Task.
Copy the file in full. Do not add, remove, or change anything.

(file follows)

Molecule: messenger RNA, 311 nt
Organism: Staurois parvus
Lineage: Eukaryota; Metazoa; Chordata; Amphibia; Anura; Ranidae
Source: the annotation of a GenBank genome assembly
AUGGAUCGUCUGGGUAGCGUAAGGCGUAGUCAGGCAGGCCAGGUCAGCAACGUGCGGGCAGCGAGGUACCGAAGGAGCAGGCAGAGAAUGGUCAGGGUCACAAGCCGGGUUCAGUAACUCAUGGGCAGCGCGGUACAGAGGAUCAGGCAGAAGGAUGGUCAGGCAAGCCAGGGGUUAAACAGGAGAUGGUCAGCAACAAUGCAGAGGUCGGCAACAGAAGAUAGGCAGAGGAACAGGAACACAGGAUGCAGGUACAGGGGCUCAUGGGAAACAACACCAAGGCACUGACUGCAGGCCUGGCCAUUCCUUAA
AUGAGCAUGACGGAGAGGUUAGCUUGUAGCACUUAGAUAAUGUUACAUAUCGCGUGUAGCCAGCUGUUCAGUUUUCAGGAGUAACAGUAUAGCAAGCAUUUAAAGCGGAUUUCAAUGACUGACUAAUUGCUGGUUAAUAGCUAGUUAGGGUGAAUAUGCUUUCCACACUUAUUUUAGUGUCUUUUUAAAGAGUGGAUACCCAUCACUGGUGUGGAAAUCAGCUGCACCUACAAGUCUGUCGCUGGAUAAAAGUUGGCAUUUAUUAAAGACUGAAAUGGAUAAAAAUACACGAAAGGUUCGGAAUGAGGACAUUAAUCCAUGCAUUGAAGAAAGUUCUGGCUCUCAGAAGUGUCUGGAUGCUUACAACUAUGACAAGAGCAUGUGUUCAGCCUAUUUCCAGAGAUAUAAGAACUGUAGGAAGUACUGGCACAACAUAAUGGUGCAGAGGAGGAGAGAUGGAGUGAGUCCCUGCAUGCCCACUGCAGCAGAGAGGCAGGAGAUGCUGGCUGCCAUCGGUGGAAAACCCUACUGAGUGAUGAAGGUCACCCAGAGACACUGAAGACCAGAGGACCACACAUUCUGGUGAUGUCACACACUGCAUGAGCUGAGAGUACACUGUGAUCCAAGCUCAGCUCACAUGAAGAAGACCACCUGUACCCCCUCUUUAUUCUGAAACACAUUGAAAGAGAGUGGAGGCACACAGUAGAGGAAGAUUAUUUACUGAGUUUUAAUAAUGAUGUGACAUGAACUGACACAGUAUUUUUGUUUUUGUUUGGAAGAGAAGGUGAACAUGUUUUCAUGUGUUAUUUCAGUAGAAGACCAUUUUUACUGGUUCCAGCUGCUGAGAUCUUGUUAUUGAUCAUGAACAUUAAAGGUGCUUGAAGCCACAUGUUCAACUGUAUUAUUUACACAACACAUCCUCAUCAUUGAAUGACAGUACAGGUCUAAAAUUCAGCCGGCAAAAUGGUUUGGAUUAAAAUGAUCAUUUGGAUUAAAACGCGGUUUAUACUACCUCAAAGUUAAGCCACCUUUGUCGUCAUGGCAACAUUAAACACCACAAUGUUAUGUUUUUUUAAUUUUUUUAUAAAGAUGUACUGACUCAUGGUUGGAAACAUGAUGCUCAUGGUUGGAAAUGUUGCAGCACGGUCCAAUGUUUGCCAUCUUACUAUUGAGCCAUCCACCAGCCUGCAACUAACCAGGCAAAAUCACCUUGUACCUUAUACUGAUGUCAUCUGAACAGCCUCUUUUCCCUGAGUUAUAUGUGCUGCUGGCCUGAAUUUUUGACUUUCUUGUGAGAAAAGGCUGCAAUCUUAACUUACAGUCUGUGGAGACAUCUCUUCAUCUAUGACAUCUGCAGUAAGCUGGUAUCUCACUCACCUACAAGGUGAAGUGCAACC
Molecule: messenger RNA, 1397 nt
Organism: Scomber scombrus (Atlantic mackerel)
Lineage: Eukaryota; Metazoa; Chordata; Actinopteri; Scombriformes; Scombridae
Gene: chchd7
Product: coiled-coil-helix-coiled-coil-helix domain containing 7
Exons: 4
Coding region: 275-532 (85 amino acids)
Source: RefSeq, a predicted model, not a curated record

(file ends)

Molecule: messenger RNA, 311 nt
Organism: Staurois parvus
Lineage: Eukaryota; Metazoa; Chordata; Amphibia; Anura; Ranidae
Source: the annotation of a GenBank genome assembly
AUGGAUCGUCUGGGUAGCGUAAGGCGUAGUCAGGCAGGCCAGGUCAGCAACGUGCGGGCAGCGAGGUACCGAAGGAGCAGGCAGAGAAUGGUCAGGGUCACAAGCCGGGUUCAGUAACUCAUGGGCAGCGCGGUACAGAGGAUCAGGCAGAAGGAUGGUCAGGCAAGCCAGGGGUUAAACAGGAGAUGGUCAGCAACAAUGCAGAGGUCGGCAACAGAAGAUAGGCAGAGGAACAGGAACACAGGAUGCAGGUACAGGGGCUCAUGGGAAACAACACCAAGGCACUGACUGCAGGCCUGGCCAUUCCUUAA
AUGAGCAUGACGGAGAGGUUAGCUUGUAGCACUUAGAUAAUGUUACAUAUCGCGUGUAGCCAGCUGUUCAGUUUUCAGGAGUAACAGUAUAGCAAGCAUUUAAAGCGGAUUUCAAUGACUGACUAAUUGCUGGUUAAUAGCUAGUUAGGGUGAAUAUGCUUUCCACACUUAUUUUAGUGUCUUUUUAAAGAGUGGAUACCCAUCACUGGUGUGGAAAUCAGCUGCACCUACAAGUCUGUCGCUGGAUAAAAGUUGGCAUUUAUUAAAGACUGAAAUGGAUAAAAAUACACGAAAGGUUCGGAAUGAGGACAUUAAUCCAUGCAUUGAAGAAAGUUCUGGCUCUCAGAAGUGUCUGGAUGCUUACAACUAUGACAAGAGCAUGUGUUCAGCCUAUUUCCAGAGAUAUAAGAACUGUAGGAAGUACUGGCACAACAUAAUGGUGCAGAGGAGGAGAGAUGGAGUGAGUCCCUGCAUGCCCACUGCAGCAGAGAGGCAGGAGAUGCUGGCUGCCAUCGGUGGAAAACCCUACUGAGUGAUGAAGGUCACCCAGAGACACUGAAGACCAGAGGACCACACAUUCUGGUGAUGUCACACACUGCAUGAGCUGAGAGUACACUGUGAUCCAAGCUCAGCUCACAUGAAGAAGACCACCUGUACCCCCUCUUUAUUCUGAAACACAUUGAAAGAGAGUGGAGGCACACAGUAGAGGAAGAUUAUUUACUGAGUUUUAAUAAUGAUGUGACAUGAACUGACACAGUAUUUUUGUUUUUGUUUGGAAGAGAAGGUGAACAUGUUUUCAUGUGUUAUUUCAGUAGAAGACCAUUUUUACUGGUUCCAGCUGCUGAGAUCUUGUUAUUGAUCAUGAACAUUAAAGGUGCUUGAAGCCACAUGUUCAACUGUAUUAUUUACACAACACAUCCUCAUCAUUGAAUGACAGUACAGGUCUAAAAUUCAGCCGGCAAAAUGGUUUGGAUUAAAAUGAUCAUUUGGAUUAAAACGCGGUUUAUACUACCUCAAAGUUAAGCCACCUUUGUCGUCAUGGCAACAUUAAACACCACAAUGUUAUGUUUUUUUAAUUUUUUUAUAAAGAUGUACUGACUCAUGGUUGGAAACAUGAUGCUCAUGGUUGGAAAUGUUGCAGCACGGUCCAAUGUUUGCCAUCUUACUAUUGAGCCAUCCACCAGCCUGCAACUAACCAGGCAAAAUCACCUUGUACCUUAUACUGAUGUCAUCUGAACAGCCUCUUUUCCCUGAGUUAUAUGUGCUGCUGGCCUGAAUUUUUGACUUUCUUGUGAGAAAAGGCUGCAAUCUUAACUUACAGUCUGUGGAGACAUCUCUUCAUCUAUGACAUCUGCAGUAAGCUGGUAUCUCACUCACCUACAAGGUGAAGUGCAACC
Molecule: messenger RNA, 1397 nt
Organism: Scomber scombrus (Atlantic mackerel)
Lineage: Eukaryota; Metazoa; Chordata; Actinopteri; Scombriformes; Scombridae
Gene: chchd7
Product: coiled-coil-helix-coiled-coil-helix domain containing 7
Exons: 4
Coding region: 275-532 (85 amino acids)
Source: RefSeq, a predicted model, not a curated record